However, the technology development pipeline relies on connection, from collaboration within scientific research to global supply chain interdependencies. Efforts to pushback on decoupling could mean relying on enhancing these intrinsic tendencies for cooperation. Technical cooperation, foreign investment, researcher cooperation and talent exchange all work in tandem to layer interdependence within the science and technology sectors, and barriers to achieving these outcomes should be removed. Recent examples, such as in space exploration and electric vehicles, show what is possible when international collaboration occurs.

Policy approaches to tech regulation that are based on fear are ultimately counterproductive. Piecemeal regulatory reactions to China that focus on countering every move, like the US approach to semiconductor manufacturing, could foster the very fragmentation that we are trying to avoid.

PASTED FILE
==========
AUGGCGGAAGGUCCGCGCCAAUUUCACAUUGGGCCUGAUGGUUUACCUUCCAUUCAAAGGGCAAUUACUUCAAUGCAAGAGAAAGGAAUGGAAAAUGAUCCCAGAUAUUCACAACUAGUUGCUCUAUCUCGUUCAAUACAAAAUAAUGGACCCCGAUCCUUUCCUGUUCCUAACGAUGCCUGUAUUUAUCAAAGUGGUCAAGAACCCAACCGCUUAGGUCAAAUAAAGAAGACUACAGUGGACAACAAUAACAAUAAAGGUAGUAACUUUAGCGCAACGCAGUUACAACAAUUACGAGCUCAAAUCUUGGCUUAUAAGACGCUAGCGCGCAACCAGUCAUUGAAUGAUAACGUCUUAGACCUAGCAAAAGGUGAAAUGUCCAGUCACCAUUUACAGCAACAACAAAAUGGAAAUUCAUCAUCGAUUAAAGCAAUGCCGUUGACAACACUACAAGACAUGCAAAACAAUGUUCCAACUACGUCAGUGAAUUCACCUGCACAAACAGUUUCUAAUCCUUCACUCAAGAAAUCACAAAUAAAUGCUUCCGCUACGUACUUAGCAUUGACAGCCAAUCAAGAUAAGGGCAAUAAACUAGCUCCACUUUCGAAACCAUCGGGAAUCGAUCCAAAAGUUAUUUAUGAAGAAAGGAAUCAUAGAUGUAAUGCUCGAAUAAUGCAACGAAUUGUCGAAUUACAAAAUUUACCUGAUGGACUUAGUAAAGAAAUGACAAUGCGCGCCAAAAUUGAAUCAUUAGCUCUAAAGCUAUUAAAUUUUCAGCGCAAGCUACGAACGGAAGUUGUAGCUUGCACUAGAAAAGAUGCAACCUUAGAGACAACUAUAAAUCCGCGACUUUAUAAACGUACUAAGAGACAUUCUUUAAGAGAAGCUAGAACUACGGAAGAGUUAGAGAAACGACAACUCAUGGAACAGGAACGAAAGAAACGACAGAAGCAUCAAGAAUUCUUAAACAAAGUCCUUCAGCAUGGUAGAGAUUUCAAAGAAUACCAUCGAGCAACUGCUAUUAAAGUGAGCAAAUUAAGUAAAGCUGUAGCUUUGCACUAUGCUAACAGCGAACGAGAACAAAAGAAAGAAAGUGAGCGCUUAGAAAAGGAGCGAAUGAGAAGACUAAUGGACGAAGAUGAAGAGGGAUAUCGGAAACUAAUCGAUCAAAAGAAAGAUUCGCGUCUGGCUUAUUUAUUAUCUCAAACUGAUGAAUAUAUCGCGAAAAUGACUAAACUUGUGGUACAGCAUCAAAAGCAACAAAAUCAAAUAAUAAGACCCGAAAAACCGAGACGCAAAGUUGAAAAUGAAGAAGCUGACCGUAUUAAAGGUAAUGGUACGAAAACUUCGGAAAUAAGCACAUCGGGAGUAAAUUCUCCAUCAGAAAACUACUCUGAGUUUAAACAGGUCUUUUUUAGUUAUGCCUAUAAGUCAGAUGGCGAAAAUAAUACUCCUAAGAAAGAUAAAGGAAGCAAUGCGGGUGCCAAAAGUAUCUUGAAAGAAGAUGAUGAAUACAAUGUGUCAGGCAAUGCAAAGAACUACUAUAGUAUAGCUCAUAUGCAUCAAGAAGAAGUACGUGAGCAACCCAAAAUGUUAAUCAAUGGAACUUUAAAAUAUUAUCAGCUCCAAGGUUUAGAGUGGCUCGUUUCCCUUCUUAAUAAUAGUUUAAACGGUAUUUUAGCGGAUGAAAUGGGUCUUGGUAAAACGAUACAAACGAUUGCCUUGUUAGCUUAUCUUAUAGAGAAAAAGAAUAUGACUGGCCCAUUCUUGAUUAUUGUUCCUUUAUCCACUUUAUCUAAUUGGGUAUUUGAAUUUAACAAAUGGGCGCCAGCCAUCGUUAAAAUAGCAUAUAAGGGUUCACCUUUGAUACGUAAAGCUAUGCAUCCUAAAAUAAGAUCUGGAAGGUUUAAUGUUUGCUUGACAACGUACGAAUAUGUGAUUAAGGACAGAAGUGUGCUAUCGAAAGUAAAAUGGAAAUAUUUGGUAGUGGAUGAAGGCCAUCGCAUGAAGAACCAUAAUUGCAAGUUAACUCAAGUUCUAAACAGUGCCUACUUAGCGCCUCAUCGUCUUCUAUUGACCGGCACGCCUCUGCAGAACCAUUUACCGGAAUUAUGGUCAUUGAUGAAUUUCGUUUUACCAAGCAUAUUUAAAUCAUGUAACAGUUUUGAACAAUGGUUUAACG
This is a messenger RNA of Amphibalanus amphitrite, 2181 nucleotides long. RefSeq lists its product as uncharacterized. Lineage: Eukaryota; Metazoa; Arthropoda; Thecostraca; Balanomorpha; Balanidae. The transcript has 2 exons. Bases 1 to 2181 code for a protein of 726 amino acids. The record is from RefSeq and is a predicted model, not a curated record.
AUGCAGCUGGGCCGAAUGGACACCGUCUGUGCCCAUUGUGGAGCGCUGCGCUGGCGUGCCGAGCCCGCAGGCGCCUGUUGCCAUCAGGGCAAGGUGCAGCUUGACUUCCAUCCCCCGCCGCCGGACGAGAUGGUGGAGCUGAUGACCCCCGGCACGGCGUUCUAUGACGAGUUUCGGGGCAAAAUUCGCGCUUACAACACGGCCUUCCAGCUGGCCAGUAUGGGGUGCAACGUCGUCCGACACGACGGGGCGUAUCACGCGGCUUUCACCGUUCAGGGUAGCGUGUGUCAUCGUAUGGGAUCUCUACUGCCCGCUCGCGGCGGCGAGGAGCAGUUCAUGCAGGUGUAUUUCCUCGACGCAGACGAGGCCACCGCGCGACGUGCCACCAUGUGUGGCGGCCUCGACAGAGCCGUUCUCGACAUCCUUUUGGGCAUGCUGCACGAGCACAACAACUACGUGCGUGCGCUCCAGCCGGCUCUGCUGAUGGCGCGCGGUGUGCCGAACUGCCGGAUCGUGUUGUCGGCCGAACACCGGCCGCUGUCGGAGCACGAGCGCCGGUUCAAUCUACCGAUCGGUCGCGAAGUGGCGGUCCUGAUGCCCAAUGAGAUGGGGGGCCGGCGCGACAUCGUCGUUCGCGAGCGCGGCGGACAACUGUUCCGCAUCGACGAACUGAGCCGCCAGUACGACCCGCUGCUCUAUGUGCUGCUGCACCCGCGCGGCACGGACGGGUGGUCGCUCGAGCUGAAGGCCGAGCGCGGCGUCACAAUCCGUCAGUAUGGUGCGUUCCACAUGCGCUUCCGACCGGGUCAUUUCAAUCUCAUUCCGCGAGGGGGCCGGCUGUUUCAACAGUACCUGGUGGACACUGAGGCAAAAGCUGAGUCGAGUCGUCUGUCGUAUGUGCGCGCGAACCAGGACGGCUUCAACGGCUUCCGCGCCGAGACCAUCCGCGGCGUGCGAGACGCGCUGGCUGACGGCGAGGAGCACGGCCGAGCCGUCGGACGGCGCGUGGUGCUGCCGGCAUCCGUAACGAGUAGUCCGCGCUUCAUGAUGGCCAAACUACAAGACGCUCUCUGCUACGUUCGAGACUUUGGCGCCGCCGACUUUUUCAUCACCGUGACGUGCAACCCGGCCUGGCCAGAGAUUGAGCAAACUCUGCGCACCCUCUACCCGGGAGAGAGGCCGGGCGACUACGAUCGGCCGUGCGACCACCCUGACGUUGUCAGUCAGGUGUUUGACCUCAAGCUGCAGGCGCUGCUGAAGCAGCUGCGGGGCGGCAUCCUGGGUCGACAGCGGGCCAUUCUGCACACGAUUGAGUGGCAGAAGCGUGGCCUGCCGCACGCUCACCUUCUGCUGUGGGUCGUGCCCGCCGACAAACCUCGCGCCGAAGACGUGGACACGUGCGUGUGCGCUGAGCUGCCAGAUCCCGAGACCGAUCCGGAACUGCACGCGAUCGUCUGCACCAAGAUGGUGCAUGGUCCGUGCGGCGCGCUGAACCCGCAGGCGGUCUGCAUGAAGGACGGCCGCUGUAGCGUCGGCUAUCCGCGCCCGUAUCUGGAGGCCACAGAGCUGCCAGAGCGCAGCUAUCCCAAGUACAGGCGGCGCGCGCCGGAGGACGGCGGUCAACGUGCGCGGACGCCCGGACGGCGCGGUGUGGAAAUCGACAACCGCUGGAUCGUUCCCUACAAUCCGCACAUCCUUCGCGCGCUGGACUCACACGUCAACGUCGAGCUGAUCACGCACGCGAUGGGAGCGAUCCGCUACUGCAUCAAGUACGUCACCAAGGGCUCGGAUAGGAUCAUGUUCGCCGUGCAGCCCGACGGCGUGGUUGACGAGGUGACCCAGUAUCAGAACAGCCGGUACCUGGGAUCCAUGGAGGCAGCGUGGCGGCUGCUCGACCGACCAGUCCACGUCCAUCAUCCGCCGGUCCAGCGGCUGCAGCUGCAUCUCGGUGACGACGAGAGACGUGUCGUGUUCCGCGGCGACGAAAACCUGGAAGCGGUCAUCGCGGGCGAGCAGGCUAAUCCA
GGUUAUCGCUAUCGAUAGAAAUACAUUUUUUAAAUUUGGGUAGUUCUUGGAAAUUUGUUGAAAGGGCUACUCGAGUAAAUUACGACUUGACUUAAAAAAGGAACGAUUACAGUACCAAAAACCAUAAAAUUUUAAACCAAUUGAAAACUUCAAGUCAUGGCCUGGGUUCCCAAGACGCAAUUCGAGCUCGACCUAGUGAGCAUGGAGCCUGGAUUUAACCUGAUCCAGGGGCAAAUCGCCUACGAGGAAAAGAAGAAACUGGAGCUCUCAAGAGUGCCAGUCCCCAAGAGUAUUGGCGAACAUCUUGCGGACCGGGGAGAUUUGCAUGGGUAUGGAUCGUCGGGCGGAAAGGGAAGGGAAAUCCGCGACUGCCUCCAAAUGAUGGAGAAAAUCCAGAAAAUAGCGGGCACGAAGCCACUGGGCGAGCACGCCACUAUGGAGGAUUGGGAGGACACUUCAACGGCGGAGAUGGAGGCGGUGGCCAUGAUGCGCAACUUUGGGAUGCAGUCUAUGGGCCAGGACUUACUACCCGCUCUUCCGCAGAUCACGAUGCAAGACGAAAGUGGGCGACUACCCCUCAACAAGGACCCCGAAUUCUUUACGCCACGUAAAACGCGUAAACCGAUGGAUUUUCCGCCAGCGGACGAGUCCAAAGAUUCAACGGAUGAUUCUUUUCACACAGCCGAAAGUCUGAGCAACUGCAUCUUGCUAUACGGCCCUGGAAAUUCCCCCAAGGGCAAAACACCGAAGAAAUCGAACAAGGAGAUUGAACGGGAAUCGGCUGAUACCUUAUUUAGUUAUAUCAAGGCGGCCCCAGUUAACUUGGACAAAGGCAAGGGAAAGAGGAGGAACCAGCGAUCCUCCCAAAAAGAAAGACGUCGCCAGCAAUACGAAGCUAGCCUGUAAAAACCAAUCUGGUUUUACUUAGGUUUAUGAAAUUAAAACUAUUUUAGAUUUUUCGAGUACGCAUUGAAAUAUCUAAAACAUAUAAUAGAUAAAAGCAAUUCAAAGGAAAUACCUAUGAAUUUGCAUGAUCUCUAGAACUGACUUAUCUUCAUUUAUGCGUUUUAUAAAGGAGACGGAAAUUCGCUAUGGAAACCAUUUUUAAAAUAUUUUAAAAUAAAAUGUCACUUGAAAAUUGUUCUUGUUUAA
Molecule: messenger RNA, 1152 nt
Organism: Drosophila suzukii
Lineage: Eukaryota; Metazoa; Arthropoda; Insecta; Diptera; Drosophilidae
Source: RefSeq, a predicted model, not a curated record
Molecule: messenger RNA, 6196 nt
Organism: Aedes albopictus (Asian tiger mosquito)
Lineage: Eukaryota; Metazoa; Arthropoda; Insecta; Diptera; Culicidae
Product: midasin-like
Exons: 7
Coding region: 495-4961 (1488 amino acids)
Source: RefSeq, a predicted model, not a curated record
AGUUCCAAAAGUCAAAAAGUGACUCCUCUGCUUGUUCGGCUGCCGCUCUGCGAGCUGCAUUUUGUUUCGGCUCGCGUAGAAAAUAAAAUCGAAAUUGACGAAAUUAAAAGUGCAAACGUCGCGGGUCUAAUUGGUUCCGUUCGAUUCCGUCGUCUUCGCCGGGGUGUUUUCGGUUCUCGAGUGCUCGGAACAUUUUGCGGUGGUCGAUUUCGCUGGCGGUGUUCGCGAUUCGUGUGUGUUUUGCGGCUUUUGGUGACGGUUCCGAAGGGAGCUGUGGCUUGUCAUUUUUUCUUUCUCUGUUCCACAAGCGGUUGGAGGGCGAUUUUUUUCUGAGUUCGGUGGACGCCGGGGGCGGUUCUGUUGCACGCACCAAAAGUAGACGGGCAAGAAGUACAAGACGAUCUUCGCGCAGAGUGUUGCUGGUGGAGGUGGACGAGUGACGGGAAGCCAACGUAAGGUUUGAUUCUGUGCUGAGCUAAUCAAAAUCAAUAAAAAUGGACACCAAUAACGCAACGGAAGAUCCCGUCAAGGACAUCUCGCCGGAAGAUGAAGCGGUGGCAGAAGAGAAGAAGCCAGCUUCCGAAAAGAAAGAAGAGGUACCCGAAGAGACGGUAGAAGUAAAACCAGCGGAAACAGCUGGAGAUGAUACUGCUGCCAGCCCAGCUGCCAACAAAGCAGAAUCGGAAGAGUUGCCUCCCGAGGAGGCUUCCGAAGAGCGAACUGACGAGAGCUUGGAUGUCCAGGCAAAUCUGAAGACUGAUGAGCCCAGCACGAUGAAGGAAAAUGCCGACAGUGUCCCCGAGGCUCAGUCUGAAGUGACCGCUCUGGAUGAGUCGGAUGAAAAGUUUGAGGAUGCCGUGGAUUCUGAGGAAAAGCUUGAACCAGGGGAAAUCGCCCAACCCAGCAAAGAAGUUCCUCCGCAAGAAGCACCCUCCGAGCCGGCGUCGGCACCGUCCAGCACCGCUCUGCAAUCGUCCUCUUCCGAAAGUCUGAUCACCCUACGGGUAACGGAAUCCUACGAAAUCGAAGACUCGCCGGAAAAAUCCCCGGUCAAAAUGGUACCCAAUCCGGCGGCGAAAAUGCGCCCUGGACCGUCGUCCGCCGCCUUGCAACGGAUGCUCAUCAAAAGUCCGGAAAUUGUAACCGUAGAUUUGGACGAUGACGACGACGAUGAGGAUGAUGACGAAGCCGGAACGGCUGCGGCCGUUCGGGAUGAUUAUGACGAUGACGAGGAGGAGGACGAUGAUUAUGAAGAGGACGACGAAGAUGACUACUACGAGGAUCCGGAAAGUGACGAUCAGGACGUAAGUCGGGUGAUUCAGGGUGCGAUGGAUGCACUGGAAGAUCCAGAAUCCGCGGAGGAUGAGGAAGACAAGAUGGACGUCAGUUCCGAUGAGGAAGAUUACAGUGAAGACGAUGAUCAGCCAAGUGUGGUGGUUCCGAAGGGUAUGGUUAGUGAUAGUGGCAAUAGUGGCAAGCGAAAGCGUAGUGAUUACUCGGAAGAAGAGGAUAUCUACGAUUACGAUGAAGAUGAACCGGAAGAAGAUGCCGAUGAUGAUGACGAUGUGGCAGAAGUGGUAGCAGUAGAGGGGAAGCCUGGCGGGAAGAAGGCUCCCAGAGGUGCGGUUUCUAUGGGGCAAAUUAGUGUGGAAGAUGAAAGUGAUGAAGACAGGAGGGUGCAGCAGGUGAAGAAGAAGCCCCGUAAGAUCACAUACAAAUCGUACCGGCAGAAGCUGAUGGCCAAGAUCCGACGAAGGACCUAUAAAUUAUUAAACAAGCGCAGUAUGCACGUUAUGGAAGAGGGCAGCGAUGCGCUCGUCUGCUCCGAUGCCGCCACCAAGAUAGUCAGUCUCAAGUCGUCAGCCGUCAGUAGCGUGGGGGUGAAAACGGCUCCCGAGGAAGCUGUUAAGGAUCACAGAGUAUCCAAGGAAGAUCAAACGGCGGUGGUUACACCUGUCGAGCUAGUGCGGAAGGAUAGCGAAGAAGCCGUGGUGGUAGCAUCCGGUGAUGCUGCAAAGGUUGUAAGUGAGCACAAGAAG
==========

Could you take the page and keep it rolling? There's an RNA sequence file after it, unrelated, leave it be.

Instead, China’s regulatory approach to technology should be used as a catalyst to inspire proactive steps in our own policies. China's actions on domestic internet companies should galvanise our examination of Big Tech and its longer-term view on strategic technology development should prompt productive competition rather than securitised short-termism. Even the more controversial elements of China's tech agenda, like coercive applications, offer valuable warnings to catalyse debates at home on how tech and civil society interact.

Most significantly, we cannot lose sight of the larger context of this relationship and the global ramifications of each action and reaction. Efforts to entrench collaboration and communication might be the only way to ensure that the benefits of technological progress continue to evolve sustainably.